The story is told about the farmer who left his prized cow with another friend so he could go on a trip. The cow died while the farmer was gone. Upon his return, he was distraught to learn of his cow’s death.

“I was going to sell the cow,” he said. “I desperately need the money.”

Then he decided, “I will still sell the cow. I’ll do it by a lottery.” He sold 300 tickets at $2 each, and then presented the dead cow to the winner of the lottery. When the winner complained that he had no use for a dead cow, the farmer apologized and returned the $2 for his ticket. As per plan he retained the remaining $598!

Probably someone reading this is thinking, “smart farmer!” He found a way to get the money he needed. Hopefully, most readers are thinking what a wicked farmer. He sold the tickets under false pretences. He resorted to ethical misconduct to create a false “cash cow”. The farmer was willing to cheat 300 people just to get what he thought he needed. He sold out more than the lottery tickets, he sold his integrity.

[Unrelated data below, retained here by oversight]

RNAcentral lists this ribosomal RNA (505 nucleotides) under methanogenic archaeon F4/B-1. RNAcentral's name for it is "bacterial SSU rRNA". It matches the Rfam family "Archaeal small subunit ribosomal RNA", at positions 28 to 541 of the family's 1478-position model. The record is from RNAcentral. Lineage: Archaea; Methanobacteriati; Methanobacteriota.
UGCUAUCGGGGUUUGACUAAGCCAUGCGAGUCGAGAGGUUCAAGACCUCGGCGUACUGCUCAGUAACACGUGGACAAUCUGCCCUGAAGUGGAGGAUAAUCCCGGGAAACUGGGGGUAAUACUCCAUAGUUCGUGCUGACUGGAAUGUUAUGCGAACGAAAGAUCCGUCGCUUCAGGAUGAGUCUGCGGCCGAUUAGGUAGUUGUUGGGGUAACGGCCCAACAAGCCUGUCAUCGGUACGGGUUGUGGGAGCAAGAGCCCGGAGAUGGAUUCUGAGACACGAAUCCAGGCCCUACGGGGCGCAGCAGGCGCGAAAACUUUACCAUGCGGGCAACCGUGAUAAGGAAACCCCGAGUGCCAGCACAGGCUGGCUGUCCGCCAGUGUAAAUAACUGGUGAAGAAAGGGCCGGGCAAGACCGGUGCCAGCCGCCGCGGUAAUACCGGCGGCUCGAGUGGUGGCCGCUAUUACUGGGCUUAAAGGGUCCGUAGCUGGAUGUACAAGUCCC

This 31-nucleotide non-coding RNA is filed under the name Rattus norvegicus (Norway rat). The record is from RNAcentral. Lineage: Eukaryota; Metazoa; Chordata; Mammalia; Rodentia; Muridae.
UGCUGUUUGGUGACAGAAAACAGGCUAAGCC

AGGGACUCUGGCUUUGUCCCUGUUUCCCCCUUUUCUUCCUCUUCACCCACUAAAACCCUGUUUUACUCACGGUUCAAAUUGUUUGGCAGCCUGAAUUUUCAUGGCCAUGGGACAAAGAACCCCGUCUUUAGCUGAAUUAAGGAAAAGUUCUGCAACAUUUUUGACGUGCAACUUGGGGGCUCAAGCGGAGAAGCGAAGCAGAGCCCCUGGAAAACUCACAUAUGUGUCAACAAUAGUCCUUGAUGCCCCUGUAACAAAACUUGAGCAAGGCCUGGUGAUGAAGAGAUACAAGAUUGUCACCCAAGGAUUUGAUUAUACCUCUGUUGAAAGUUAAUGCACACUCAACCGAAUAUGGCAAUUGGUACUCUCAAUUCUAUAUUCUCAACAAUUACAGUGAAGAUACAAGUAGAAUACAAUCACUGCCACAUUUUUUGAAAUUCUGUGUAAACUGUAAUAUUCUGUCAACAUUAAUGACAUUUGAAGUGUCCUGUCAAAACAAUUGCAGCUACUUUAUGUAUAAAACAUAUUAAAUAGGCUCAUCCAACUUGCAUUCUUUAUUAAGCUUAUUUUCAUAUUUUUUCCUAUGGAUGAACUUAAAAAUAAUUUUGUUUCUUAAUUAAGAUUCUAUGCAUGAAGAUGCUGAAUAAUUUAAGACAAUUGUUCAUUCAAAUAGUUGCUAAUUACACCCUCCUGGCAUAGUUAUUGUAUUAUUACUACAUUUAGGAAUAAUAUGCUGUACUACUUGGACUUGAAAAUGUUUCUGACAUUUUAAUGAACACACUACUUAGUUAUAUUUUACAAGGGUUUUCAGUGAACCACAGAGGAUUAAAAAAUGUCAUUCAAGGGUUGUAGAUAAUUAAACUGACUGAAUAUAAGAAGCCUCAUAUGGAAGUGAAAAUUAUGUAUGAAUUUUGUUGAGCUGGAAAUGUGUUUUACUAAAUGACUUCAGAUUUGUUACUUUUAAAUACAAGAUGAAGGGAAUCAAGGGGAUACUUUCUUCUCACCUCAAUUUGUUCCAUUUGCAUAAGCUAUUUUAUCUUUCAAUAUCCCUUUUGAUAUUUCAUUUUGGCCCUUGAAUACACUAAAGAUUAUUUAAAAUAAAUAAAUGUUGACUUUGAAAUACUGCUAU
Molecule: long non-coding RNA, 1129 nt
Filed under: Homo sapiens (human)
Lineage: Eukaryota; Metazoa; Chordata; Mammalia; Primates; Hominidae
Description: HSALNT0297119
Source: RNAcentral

Are you willing to deal in dead cows? When you resort to unethical conduct in an attempt to cure your problems its like selling a dead cow. Misrepresent the truth is lying. And in the story the farmer stole from 300 people. He disregarded the impact his scheme would have on others. His duplicity motivated him to treat others in a way he would never want to be treated.

What will guide your decisions? Will it be integrity or duplicity? The temptation to abandon values can be overwhelming. This is especially true if we allow our heart to entertain greed, pride, deceitfulness, unforgiveness or a lack of accountability.

Be careful when duplicity seems smart and if taking advantage of someone else seems inconsequential. Those are among the early warning signs that you might be a candidate to deal in dead cows.

Remember accomplishments never excuse a lack of integrity.

The end does not justify the means.

Todays decisions produce tomorrows reality.

“The integrity of the upright guides them,
but the unfaithful are destroyed by their duplicity”
(Proverbs 11:3).